Ted,
please just take your code and move Iterator<Entry> sparseIterator();
from RealVector to SparseRealvector. Look then at the compiler errors,
that are in most cases misuses of sparseIterator().
By the way most(all?) functions in CM return an array (dense)
impementation as return type.
You mention the method isSparse in your posts  there is currently no
such method, if you want to detect, if you have a sparse implementation
you will have to check for SparseRealvector. So there is no big deal in
a following cast to SparseRealVector to access sparseIterator().
As I am no math guru, I cant follow your example, some real code
probaply will do the trick.
Arne
Am Dienstag, den 16.08.2011, 14:09 0700 schrieb Ted Dunning:
> Here is an example from the perspective of somebody adding a new kind of
> matrix.
>
> Take the two kinds of matrix as RandomTrinaryMatrix(rows, columns, p) that
> has elements that are 1, 0 or 1. 1 and 1 have equal probabilities of p/2.
> The value of p should be in [0,1].
>
> It would be very nice if the implementor of this matrix could extend an
> abstract matrix and override get() to generate a value and set() to throw
> an unsupported operation exception. If p < 0.1, then the matrix should be
> marked as sparse, else as dense.
>
> All operations against other matrices, sparse or dense should work well
> without any special handling by the implementor of this matrix.
>
> This works in Mahout for instance by having the default operations in
> AbstractMatrix test for sparseness of left or right operands and do the
> right thing. Obviously, a type test will not tell you whether this matrix
> is sparse or not.
>
> This matrix and siblings is very important in compressed sensing and
> stochastic projection algorithms.
>
> On Tue, Aug 16, 2011 at 1:55 PM, Phil Steitz <phil.steitz@gmail.com> wrote:
>
> > On 8/16/11 4:46 AM, Gilles Sadowski wrote:
> > > Hi.
> > >
> > >> I understood what he was suggesting. I still disagree. Dynamic
> > dispatch
> > >> and nonlattice typing structure is still required to make this all
> > work.
> > >> Java doesn't really do that. Pretending that what Java does is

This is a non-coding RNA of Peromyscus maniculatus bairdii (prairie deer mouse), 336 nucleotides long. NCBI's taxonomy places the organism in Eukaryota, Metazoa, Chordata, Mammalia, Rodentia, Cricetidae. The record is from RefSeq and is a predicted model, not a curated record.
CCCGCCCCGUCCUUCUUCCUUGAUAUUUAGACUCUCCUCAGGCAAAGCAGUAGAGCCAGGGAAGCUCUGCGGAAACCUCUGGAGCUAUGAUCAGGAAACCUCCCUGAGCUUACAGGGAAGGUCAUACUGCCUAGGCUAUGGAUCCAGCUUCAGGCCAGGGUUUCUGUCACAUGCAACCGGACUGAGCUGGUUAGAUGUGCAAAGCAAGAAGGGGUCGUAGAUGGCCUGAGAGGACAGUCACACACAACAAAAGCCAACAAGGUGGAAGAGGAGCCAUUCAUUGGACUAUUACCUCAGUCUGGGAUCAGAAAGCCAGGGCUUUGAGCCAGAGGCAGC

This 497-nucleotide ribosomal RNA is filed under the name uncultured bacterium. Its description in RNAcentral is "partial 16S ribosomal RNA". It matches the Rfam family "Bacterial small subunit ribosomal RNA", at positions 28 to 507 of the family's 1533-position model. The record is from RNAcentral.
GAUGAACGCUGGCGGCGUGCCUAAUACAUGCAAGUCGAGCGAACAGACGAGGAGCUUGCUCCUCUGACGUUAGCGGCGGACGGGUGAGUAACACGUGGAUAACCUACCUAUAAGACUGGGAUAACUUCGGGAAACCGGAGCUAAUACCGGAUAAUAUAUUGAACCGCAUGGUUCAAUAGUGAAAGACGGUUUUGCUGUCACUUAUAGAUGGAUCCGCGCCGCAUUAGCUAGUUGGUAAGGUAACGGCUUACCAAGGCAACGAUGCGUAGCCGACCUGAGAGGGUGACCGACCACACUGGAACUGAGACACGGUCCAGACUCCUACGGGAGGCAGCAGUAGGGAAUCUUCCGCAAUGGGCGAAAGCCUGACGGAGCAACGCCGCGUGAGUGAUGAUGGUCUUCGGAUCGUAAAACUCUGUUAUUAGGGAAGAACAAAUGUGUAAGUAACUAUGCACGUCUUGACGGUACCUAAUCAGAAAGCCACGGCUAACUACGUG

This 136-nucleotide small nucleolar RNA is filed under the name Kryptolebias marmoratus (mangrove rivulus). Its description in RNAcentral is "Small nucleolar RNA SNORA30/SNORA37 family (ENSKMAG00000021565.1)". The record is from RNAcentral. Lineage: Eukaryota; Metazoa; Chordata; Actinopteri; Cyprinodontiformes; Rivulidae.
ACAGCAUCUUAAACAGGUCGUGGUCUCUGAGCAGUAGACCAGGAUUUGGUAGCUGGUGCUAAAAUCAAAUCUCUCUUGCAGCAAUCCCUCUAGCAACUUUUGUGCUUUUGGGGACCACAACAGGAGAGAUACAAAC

> > sufficient
> > >> is hammerlookingforanail, not solving the problems at hand.
> > > Maybe that *I* don't understand what you are hinting at. Sorry for being
> > > dense. [Although that seems appropriate in this discussion :).]
> > >
> > > Polymorphism provides dynamic dispatch, overloading does not; that's why
> > my
> > > proposition is that when you manipulate "unknown" types, those should
> > come
> > > as "this", not as the argument of the method.
> > >
> > > What's wrong with that?
> > >
> > > As for "hammerlookingforanail", I also don't see what you mean: What
> > is
> > > the problem? I guess that there are lots of applications who never need
> > to
> > > know about sparse vectors/matrices. In those cases, the added complexity
> > is
> > > not a "feature". The issue reported contends that the current design in
> > CM
> > > can cause problems for dense implementations. I'm not even sure that the
> > > current design is usable for the type of applications that make heavy use
> > of
> > > sparseness. Those are problems, IMHO.
> >
> > I have been out of pocket the last couple of days and may not have
> > time to dig into this until late tonight, but I agree with Gilles
> > that we need to get the conversation here more concrete. I know we
> > discussed this before and Ted and others had good examples
> > justifying the current setup. Can we revisit these, please? What
> > would be great would be some examples both from the perspective of
> > the [math] developer looking to add a new or specialized class and
> > [math] users writing code that leverages the setup.
> >
> > Phil
> > >
> > >
> > > Gilles
> > >
> > >> On Mon, Aug 15, 2011 at 6:52 PM, Greg Sterijevski <
> > gsterijevski@gmail.com>wrote:
> > >>
> > >>> Forgive me for pushing my nose under the tent... I couldn't resist.
> > >>>
> > >>> I think Gilles is saying that each specialization of the matrix/vector
> > >>> objects would need to support pre (and post) multiplication with a
> > dense.
> > >>> So
> > >>> the type issue would not be problematic.
> > >>>
> > >>> On Mon, Aug 15, 2011 at 6:34 PM, Ted Dunning <ted.dunning@gmail.com>
> > >>> wrote:
> > >>>
> > >>>> No.
> > >>>>
> > >>>> You can't. This is because the type is lost as you enter the generic
> > >>>> library.
> > >>>>
> > >>>> On Mon, Aug 15, 2011 at 4:28 PM, Gilles Sadowski <
> > >>>> gilles@harfang.homelinux.org> wrote:
> > >>>>
> > >>>>>> They know that their own object is dense, but they don't
know what
> > >>> kind
> > >>>>> of
> > >>>>>> input they were given. They should still run fast if the
input is
> > >>>>> sparse.
> > >>>>>
> > >>>>> Couldn't we still rely on polymorphism by implementing "preTimes":
> > >>>>> unknown.preTimes(dense)
> > > 
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> > >
> >
> >
> > 
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